Wendy Taylor is the former Director of the Center for Accelerating Innovation and Impact at the U.S. Agency for International Development, a center of excellence applying innovative, business-minded approaches to accelerate the development, introduction and scale-up of priority global health innovations. She has worked for the last 20 years identifying market-based solutions to address diseases and conditions of poverty. In 2004, she founded Bio Ventures for Global Health, a non-profit working to engage the biopharmaceutical industry in developing medicines for diseases of the developing world.  She also held senior positions with Malaria No More and the Biotechnology Industry Organization and worked in both the executive and legislative branches of the US government, including the Office of Management and Budget and the U.S. House Committee on Ways and Means.  Her project, Democratizing Data and Tech to Tackle Some of the World’s Toughest Health Challenges, will lay out a vision and clear business path for success in applying data technology to pandemic threats and to strengthening community health.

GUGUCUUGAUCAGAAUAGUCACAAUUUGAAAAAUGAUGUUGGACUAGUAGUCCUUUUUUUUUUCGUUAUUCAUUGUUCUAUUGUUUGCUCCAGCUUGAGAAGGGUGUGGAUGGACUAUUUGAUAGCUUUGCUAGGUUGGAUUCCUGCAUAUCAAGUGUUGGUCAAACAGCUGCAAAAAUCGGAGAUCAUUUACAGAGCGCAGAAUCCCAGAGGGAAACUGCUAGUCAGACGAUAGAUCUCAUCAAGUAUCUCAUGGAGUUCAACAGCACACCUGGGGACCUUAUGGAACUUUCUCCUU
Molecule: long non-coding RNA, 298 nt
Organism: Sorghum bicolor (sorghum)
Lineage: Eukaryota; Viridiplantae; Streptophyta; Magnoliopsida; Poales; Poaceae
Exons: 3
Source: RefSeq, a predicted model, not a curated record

Melanie Walker, MD is an endovascular neurosurgical Fellow at the University of Washington School of Medicine, and adviser to Bill Gates at bgC3 in Seattle on neurotechnology and brain science. Her career has focused on innovation at the intersection of life sciences, government and philanthropy and her experience creating partnerships between government and non-government institutions has helped foster new approaches and solutions to global problems in health and development. She was the director of President Jim Yong Kim’s performance improvement office at the World Bank, and a Deputy Director for Global Development at the Bill and Melinda Gates Foundation. Her Fellowship project Frontiers in the Life Sciences will explore the boundaries of modern life sciences through continued technical contributions in her own field of endovascular neurosurgery, investigation of emerging technologies, and dialogue with scientific visionaries.